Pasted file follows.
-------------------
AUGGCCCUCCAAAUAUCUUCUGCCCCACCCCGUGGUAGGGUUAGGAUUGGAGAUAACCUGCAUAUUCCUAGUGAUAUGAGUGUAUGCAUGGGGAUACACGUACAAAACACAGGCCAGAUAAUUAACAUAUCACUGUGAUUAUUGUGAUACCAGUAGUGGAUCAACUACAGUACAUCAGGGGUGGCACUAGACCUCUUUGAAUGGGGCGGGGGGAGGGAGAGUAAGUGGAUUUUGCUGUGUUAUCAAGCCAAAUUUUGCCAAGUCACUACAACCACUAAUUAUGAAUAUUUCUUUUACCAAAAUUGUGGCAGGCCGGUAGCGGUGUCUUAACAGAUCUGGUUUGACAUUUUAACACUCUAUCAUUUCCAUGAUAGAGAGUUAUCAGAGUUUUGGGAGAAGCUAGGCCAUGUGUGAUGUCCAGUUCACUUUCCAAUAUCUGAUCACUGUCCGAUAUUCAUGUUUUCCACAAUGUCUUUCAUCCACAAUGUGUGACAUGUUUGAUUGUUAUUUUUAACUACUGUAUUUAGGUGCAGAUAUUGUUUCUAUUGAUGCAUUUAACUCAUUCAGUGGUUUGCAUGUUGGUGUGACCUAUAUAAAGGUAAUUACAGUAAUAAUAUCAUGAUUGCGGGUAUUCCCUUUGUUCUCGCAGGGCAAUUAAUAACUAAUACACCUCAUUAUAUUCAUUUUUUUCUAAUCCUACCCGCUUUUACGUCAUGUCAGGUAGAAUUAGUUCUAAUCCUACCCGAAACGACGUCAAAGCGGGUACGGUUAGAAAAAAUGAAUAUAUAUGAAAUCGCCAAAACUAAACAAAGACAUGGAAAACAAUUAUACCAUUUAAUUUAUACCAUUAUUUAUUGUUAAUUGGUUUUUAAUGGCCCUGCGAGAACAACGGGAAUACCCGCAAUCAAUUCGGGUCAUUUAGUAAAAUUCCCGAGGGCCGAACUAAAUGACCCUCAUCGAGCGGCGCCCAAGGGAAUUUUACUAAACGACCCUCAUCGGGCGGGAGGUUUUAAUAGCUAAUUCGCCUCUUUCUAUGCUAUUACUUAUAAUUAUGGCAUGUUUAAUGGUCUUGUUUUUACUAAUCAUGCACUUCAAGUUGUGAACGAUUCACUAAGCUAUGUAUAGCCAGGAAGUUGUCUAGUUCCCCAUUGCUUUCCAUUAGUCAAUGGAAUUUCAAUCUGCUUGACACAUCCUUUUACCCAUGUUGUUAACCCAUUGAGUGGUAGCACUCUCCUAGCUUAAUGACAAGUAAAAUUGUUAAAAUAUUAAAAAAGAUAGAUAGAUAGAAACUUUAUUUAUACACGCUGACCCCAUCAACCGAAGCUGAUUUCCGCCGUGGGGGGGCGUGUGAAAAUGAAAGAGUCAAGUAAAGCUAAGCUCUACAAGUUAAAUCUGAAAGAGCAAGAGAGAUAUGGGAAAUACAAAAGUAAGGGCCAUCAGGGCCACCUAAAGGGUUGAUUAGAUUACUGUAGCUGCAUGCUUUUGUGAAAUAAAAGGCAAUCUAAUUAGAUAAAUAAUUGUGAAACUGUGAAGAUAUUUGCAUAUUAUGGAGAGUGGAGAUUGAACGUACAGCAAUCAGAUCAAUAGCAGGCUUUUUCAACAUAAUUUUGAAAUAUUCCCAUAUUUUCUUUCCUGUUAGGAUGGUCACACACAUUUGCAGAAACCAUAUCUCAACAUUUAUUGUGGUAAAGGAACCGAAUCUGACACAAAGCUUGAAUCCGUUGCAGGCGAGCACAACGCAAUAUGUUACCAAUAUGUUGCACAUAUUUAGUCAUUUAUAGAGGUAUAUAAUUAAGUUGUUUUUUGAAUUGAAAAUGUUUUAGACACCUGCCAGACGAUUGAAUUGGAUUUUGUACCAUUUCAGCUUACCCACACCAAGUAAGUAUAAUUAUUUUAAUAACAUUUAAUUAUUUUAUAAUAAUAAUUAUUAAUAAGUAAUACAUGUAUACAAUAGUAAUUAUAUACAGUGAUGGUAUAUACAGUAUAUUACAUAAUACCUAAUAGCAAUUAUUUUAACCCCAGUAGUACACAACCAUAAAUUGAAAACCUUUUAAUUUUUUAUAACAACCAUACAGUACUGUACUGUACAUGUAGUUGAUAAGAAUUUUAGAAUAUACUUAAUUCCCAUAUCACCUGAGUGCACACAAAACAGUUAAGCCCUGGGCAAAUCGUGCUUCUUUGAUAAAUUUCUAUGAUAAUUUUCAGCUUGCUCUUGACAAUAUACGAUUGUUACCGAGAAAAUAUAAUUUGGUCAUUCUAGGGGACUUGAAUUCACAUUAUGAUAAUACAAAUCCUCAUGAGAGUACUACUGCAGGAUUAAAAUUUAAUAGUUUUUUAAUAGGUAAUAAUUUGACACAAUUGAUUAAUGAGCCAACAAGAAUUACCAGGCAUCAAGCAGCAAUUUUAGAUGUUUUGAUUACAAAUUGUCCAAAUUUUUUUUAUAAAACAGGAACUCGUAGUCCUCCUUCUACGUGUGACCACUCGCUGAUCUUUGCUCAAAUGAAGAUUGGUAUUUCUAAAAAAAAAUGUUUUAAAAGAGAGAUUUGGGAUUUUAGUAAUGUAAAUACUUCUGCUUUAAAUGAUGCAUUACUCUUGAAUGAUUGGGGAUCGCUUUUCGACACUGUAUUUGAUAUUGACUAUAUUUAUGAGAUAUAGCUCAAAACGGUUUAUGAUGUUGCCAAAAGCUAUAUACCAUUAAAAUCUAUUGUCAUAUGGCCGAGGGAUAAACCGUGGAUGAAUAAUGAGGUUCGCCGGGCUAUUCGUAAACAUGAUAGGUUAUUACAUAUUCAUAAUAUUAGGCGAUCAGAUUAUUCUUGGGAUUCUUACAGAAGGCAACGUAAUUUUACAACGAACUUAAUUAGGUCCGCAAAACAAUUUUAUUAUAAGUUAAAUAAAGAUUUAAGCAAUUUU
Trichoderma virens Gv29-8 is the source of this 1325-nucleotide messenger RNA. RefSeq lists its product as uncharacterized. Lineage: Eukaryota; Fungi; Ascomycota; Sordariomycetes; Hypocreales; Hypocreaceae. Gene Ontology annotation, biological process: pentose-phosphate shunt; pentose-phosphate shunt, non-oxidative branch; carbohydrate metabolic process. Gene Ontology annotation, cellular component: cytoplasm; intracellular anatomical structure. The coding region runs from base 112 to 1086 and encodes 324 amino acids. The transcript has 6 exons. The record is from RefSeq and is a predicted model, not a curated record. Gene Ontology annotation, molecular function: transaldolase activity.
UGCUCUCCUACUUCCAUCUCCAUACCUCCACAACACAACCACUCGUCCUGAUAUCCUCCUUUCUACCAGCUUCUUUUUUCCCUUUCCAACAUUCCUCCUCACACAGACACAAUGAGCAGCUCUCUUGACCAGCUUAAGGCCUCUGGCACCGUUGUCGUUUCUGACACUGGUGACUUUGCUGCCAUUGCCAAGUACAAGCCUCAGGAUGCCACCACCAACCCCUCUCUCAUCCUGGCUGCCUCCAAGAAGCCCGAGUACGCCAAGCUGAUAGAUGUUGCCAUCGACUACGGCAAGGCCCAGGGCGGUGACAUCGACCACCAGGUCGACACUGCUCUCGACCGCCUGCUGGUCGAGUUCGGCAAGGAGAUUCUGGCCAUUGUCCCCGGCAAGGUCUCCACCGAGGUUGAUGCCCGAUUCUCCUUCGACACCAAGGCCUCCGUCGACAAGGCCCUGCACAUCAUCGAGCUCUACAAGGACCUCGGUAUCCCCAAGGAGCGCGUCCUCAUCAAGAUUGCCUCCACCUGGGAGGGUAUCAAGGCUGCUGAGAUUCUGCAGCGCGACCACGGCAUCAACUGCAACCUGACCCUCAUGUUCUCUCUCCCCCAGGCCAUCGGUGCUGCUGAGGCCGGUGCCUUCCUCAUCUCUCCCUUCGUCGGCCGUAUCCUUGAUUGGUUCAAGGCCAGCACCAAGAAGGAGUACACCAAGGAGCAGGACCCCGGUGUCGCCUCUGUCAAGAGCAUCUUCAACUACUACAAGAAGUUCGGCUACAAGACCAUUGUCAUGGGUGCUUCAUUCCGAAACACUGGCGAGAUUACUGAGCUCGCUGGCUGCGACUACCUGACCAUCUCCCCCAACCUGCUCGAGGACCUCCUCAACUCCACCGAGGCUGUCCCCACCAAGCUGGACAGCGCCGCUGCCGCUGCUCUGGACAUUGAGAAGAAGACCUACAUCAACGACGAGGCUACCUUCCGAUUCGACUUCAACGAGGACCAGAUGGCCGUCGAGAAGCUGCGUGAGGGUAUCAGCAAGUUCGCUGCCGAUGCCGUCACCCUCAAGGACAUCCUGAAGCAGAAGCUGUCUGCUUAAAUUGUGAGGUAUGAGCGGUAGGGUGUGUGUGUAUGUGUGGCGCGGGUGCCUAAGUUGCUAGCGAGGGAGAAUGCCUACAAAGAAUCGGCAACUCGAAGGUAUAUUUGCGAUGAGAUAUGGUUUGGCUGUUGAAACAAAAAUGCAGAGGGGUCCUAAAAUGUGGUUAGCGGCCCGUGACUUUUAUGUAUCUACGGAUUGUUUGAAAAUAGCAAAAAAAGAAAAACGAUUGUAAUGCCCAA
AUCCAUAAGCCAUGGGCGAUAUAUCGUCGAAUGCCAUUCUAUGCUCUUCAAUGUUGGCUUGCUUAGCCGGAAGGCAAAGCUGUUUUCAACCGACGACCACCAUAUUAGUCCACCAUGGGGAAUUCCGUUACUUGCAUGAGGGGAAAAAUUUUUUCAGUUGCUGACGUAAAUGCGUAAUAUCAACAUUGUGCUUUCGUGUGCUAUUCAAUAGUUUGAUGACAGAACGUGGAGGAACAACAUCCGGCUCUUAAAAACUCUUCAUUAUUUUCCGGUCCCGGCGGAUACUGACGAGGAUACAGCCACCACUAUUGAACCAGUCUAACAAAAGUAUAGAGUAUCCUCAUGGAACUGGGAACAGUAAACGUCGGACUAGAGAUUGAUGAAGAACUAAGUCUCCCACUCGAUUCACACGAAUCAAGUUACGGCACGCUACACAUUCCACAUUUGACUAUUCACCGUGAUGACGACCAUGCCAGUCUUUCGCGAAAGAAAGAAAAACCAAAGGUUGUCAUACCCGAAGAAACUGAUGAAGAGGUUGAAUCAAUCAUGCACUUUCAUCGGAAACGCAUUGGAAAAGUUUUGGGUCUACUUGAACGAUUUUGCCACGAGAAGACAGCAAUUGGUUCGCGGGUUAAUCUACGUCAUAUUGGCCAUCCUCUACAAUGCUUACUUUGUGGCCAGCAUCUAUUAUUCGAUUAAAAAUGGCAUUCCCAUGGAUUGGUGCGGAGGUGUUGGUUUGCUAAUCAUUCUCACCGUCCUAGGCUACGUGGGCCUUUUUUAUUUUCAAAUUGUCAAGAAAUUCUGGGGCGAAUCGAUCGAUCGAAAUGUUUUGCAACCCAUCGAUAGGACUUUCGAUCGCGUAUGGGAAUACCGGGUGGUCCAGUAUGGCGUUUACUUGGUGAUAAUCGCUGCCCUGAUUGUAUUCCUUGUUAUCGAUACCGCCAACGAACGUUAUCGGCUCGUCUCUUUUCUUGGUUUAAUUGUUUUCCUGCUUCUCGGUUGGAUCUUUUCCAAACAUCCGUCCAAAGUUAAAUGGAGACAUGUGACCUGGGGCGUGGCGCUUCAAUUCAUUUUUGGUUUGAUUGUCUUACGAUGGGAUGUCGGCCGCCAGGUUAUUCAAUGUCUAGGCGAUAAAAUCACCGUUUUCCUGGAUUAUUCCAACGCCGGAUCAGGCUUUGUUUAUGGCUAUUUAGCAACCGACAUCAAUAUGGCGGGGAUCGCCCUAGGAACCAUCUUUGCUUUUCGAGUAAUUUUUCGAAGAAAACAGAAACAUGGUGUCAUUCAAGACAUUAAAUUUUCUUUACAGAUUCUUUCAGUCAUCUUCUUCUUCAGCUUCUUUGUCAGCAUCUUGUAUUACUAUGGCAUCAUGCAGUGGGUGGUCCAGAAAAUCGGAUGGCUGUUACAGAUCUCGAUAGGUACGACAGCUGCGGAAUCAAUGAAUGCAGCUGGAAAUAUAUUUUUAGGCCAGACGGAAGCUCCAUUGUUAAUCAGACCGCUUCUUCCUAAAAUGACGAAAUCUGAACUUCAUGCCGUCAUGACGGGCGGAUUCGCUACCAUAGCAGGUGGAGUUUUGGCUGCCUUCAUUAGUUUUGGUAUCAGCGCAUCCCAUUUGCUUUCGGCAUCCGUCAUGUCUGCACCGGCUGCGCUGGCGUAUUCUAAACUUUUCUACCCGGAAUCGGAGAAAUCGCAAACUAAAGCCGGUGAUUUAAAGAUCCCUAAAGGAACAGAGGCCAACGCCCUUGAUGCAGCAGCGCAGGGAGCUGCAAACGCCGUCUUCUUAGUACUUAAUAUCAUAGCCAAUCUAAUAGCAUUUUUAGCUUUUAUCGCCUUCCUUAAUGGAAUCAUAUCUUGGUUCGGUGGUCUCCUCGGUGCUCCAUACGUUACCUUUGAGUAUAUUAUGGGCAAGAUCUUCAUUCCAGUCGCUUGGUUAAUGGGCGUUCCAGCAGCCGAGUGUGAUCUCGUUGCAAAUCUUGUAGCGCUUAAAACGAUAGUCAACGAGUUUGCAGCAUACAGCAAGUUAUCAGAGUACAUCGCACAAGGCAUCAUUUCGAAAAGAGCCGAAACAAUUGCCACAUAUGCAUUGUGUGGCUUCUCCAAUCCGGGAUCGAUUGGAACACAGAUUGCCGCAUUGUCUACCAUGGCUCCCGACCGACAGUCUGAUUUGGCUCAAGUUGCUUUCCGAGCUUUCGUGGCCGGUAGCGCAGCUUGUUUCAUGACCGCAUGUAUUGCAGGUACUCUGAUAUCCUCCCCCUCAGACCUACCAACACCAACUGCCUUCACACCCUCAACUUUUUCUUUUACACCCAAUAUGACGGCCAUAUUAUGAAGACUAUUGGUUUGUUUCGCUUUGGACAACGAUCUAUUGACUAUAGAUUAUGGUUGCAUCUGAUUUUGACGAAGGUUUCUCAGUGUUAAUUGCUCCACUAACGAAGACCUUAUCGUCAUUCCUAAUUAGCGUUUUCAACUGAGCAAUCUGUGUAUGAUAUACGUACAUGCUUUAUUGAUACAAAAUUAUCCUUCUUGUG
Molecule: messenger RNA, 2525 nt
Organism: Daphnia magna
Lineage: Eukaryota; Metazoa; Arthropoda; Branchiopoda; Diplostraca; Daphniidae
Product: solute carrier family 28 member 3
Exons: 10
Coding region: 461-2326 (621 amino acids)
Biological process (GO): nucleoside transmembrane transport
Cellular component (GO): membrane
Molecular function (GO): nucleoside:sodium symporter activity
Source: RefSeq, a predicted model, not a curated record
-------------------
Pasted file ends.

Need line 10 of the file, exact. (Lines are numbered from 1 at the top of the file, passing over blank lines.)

Coding region: 461-2326 (621 amino acids)